‘Russia for the Russians’ Polarizes Population

"Immigrants, time to go home!" at a march in Moscow, November 2009. Source: Kasparov.ru/Anastasia PetrovaThe slogan “Russia for the Russians” has split Russian society, according to a new poll by sociologists at the Levada Center. The poll indicated that a growing number Russians consider the idea to be fascist, but the number of people who support the idea is growing as well. These figures, along with other factors indicated by the poll, have led experts to fear that growing polarization will lead to a surge of violence in the country.

According to the November study, Russian attitudes towards immigrants became more negative on the whole. 61 percent of Russians feel that the government “should try to limit the stream of migrants,” a 9 percent increase from a year ago. Another 30 percent feel that the authorities “do not need to put administrative barriers in the way of the influx of migrants and try to use them for the good of Russia,” down from 35 percent in 2008 and 44 percent in 2002.

Attitudes towards labor immigration also followed a negative trend. Only 19 percent of Russians held a “definitely” or “probably” positive attitude towards the idea that “one meets workers from Ukraine, Belarus, Moldova and other nearby foreign countries on construction sites in Russia more often.” This figure was at 30 percent in 2002. Those who held neutral attitudes towards labor immigration fell to 44 percent, down 5 percent from a year ago, and those with a negative attitude rose to 35 percent, up 4 percent from a year ago.

The percentage of Russians who felt negatively towards labor immigrants has fluctuated back and forth over the past decade. In 2000 and 2004, 38 percent of Russians held negative attitudes in this regard, but only 27 percent did so in 2002. Aleksei Grazhdankin, vice director of the Levada Center, told Gazeta.ru that the fluctuations “are connected with the economic crisis and an intensification of competition in the labor market.” Therefore, Grazhdankin continued, “attitudes towards migrants remain in a completely civilized framework, and the level of xenophobia and nationalist enmity is not increasing. People are simply striving to protect their interests in the labor market.”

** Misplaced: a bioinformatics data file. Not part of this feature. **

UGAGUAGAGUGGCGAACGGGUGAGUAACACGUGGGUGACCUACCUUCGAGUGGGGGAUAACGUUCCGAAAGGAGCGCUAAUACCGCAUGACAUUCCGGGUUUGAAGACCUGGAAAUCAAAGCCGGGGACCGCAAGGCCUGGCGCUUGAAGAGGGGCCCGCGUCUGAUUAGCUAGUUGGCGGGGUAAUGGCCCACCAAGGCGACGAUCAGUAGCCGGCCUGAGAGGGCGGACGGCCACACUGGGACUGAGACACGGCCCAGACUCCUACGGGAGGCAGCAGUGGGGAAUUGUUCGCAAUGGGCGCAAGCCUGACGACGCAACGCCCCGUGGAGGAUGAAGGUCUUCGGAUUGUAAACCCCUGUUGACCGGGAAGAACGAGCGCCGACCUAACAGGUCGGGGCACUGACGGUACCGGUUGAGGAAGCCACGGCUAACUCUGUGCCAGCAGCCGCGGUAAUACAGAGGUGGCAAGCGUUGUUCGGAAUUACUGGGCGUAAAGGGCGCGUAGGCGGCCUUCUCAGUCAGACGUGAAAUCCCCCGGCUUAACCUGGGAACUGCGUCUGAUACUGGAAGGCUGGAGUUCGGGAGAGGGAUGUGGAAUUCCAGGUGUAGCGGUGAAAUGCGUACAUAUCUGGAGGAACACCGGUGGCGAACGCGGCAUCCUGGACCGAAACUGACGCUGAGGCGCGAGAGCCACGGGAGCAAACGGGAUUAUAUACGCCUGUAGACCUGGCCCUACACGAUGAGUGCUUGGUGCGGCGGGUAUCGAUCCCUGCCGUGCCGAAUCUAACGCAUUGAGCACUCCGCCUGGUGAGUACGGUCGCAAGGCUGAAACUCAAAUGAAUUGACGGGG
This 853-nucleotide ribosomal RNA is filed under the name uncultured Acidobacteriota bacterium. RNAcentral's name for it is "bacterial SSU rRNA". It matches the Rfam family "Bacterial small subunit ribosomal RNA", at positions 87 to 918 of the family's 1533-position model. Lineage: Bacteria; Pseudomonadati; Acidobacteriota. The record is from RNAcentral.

Attitudes toward the idea of a Russia in which only ethnic Russians resided did not change significantly in the past year.

The number of Russians, however, who support the infamous slogan “Russia for the Russians” and feel that it “has long been time to implement” such an idea has risen to 18 percent from 15 percent a year ago.

At the same time, 36 percent believe that “it would not be bad to implement this idea, but within reasonable limits,” down from 42 percent last year. Additionally, a growing number of Russians believe that “Russia for the Russians” is “genuine fascism,” up to 32 percent from 25 percent last year.

“Such growth is very good,” said Pavel Chikov, representative of the human rights organization Agora. “In the first years of the Putin administration, there was a surge of patriotism that brought with it a growth in neo-Nazi groups.” Chikov explained the change in poll numbers as the result of more frequent public debate on immigration issues in Russia, causing more people to form opinions on the matter. “However,” he continued, “the ratio of the positions remains approximately the same for now.”

“The country is beginning to wake up and develop individual attitudes to various social phenomena, and on the whole this is, unconditionally, positive,” the human rights representative said. At the same time, he noted that the polarization of society indicates increasing degrees of opposition. “It’s good to start public debates, but I fear that it’s also starting knife fights and violence, and the government likewise answers with violence,” Chikov concluded.